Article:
Teaching Artist

STEM and STEAM schools in our region (Northeast Arkansas) have popped up in recent years due to the direction of our state education board, the support of our state representatives, and the chancellor of my university. I have come to embrace this development as a means to once again retool our education system in a manner that returns music education to the degree of sophistication appropriate for learning environments. That is, I see music composition and therefore music in general as a hub for learning all sorts of things related to mathematics, the sciences, history, technology, etc., etc. In this way, we can complicate the musical idea in ways beyond traditional music education practices.

While traditional practices and the legacy ensembles of band, choir, orchestra are important activities for students, new non-traditional approaches to music education can be a game-changer for schools for reasons of creating a more vibrant, exciting, modern, and inspiring educational model. Imagine a musical ensemble of students performing on touch surfaces exploring the properties of sound from an acoustical perspective. Imagine an orchestra with electric guitars and laptops sections involving film/video and performing music composed by the students that explores body systems, physical movement, density, and space. Activities like this are community projects that can create amazing learning results that last. Perhaps most importantly, what the students learn in the problem solving moments of these types of activities is a transferable skill that can be used in every life problem that occurs.

Music, along with just a few other activities, is the perfect tool for discovering how to learn. Learning in music involves the pursuit of important life tools and character development such as problem solving techniques, critical thinking, discipline, commitment, organization, the concept of patient learning (learning that takes time in order to notice results), togetherness, and the important intellectual growth that develops in the exercise of compassion.

For example, in music education, one learns a musical note. It is then possible to complicate that learning by the introduction of a rhythm, then a dynamic, then a timbre, then an articulation. Other concepts from math, science, language, history courses, among others can be introduced providing a means to further and deliberately introduce complications that preserve and deepen the learning experience. Concepts such as spatial positioning, density, temperature, and so on. This creates an opportunity for deeper learning, activation of one’s imagination, greater flexibility of thought, and integration of ideas. The result is a learning environment that is something more common to real life situations. The result is something in which the student has ownership and values as a reflection of their human experiences. Students will develop a flexibility of thought that allows them to  become more aware of how seemingly disparate ideas may function together to produce not only a satisfying and enriching result, but one that can be shared with others as the exercise of one’s compassion. In the process, they will learn to understand concepts more comprehensively.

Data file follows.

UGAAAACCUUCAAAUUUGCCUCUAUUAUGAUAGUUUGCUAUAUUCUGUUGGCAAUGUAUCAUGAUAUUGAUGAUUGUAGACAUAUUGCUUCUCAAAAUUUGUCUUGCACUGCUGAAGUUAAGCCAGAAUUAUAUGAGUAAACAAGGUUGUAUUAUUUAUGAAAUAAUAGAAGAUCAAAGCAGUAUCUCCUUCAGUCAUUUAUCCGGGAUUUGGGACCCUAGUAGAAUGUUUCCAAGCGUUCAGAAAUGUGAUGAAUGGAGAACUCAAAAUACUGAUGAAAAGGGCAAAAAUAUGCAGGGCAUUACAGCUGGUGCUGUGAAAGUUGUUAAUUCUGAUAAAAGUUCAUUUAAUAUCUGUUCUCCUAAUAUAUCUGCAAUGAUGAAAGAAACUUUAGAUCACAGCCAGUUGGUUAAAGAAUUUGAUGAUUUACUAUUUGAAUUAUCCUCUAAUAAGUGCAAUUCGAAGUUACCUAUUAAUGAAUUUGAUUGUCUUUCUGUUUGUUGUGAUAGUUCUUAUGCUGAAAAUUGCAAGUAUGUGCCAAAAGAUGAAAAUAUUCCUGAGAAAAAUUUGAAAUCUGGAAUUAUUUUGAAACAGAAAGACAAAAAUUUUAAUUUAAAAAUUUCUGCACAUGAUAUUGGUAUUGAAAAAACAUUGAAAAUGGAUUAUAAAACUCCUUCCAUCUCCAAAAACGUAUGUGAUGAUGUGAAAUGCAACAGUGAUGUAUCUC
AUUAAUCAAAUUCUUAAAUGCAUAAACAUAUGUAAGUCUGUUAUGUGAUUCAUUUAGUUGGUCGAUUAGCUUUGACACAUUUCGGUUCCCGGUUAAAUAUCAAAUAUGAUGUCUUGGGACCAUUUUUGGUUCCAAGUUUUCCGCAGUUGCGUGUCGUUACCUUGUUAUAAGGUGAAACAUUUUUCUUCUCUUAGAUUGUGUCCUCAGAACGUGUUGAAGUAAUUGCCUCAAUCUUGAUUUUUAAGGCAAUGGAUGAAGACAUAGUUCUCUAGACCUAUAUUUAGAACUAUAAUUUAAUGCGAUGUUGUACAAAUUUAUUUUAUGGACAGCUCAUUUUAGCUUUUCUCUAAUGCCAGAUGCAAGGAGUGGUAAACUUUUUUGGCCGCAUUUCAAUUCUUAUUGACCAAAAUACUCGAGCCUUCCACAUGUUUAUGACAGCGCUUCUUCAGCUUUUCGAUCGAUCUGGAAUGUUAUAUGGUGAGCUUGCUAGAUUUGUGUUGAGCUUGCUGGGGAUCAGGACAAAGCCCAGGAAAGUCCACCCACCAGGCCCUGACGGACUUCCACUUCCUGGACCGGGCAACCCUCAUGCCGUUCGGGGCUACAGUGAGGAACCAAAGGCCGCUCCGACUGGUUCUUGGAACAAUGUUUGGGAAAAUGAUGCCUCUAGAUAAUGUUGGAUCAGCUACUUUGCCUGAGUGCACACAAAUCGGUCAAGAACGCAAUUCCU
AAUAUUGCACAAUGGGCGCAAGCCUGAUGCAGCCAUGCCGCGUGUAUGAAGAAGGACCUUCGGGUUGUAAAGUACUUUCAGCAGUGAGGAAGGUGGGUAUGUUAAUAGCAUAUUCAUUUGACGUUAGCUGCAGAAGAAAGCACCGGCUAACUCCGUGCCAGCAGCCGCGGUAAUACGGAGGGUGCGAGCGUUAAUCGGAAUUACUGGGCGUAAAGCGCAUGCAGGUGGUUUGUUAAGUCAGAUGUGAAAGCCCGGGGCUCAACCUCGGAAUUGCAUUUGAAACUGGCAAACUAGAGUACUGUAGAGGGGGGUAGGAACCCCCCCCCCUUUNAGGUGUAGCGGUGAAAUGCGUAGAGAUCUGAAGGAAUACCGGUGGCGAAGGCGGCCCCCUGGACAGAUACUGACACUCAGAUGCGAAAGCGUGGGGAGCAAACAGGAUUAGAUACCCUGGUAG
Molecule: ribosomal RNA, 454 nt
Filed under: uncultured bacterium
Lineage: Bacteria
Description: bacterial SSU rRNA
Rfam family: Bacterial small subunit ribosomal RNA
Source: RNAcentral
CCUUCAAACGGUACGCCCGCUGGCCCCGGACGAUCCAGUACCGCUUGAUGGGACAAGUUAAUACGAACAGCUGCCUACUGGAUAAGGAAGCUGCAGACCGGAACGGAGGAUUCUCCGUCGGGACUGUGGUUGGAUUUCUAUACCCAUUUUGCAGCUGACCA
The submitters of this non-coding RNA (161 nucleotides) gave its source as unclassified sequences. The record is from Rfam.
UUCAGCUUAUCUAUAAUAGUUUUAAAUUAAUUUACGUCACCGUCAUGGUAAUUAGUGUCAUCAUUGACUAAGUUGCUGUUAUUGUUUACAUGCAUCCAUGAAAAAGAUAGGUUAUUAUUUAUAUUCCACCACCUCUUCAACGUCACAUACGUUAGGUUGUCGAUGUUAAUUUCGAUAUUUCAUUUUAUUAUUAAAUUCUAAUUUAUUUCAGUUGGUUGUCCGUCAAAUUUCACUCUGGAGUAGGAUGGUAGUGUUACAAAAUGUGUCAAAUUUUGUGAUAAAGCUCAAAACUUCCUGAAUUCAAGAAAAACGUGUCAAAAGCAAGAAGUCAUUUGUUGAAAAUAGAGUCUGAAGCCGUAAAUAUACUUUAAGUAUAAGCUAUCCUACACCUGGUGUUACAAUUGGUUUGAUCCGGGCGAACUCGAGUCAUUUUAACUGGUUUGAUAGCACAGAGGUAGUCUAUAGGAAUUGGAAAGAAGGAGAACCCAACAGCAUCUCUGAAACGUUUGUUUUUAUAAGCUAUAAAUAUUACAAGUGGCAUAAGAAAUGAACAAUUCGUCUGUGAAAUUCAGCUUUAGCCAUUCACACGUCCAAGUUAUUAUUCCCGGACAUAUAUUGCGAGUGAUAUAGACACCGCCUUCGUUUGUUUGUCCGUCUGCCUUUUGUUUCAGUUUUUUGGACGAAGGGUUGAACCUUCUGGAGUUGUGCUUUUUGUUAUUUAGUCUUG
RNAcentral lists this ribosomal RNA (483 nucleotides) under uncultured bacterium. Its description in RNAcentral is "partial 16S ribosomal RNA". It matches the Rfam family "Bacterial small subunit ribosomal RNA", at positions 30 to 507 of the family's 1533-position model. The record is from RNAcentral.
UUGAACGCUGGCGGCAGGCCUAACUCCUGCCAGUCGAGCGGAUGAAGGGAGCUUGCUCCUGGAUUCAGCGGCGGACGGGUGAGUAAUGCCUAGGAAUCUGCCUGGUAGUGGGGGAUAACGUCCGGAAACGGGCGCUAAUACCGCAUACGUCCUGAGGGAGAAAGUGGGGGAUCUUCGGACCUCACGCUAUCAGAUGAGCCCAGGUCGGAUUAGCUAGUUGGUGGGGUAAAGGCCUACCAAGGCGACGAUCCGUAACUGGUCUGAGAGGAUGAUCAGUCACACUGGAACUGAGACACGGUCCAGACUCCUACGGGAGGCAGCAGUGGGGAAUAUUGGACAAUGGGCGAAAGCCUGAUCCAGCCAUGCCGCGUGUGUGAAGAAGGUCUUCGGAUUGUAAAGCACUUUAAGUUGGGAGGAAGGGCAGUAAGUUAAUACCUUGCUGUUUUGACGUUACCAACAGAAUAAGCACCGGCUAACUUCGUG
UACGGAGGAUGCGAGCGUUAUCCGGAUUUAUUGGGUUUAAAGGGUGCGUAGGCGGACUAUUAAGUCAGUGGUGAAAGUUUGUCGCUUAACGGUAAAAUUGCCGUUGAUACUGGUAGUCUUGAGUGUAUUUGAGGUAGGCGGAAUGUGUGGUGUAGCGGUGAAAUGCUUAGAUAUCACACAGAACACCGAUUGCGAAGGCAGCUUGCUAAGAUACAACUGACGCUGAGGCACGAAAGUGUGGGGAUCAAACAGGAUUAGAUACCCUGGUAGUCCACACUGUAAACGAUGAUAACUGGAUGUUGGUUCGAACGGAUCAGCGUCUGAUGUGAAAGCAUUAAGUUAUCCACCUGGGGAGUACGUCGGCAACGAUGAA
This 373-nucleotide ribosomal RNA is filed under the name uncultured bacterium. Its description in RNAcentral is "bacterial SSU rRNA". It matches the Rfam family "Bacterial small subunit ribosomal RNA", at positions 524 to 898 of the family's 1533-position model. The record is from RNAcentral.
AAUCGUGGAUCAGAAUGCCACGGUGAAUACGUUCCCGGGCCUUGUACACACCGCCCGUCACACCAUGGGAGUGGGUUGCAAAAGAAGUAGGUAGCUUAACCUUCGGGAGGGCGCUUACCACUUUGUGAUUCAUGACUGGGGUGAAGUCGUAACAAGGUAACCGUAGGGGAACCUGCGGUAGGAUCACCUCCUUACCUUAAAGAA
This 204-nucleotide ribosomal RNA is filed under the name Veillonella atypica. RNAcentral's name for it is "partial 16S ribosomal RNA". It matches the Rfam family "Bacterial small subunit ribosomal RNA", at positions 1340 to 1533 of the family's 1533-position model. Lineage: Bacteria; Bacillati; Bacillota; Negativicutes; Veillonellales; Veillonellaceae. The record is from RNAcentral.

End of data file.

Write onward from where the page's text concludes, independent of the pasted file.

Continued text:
My vision for a redesign of public school curriculums involves collaboration and the interdisciplinary sharing of ideas in project-based learning. It involves an intensely imaginative environment that pursues the creative act with courage, sincerity, and honesty. The learning objective involves developing competence, problem solving, discovery, and trial and error with not being afraid to fail. Success relies on students’ individual interests to motivate the creation of projects and drive learning. To facilitate this effort, teachers of various disciplines and guest specialists (The Teaching Artist) need to coordinate on customizing arts-focused projects.

The Teaching Artist is what I would like to see augment the roles of the traditional teacher in area schools. The Teaching Artist is a professional who is not only comfortable working in higher education environments but has also learned certain skills that enable them to effectively engage students of all ages with the arts (visual, music, dance, theater, writing, etc.). These projects are highly creative and promote the active exploration of interdisciplinary concepts and their intersections. The arts are invaluable in one’s education as they serve as a hub of learning. Improving any learning environment begins with a deeper investment in the arts in order to create a sophistication appropriate for an efficient, powerful, meaningful, and thriving educational system.

Because they rely more directly on extramusical ideas for impulse, it is my experience that most modern music composers and performers of new music are uniquely qualified to work in such an environment. I have been teaching music composition for 25 years. The act of composition draws from every conceivable resource and experience, and lessons with students invariably involve some discussion of inspiration from non-musical ideas. For all artists, life experiences integrate to produce the impulse that leads to the creative act. It is always a fascinating discovery to explore the intersections of various thought and experiences and how they can ignite the artistic pursuit. It was in Edward O. Wilson’s 1998 book, Consilience that I first became aware of my personal pursuit of a unity of knowledge that involved the impact of the sciences, the humanities, and the arts. Please contact me if you or your school is interested in pursuing a collaborative activity.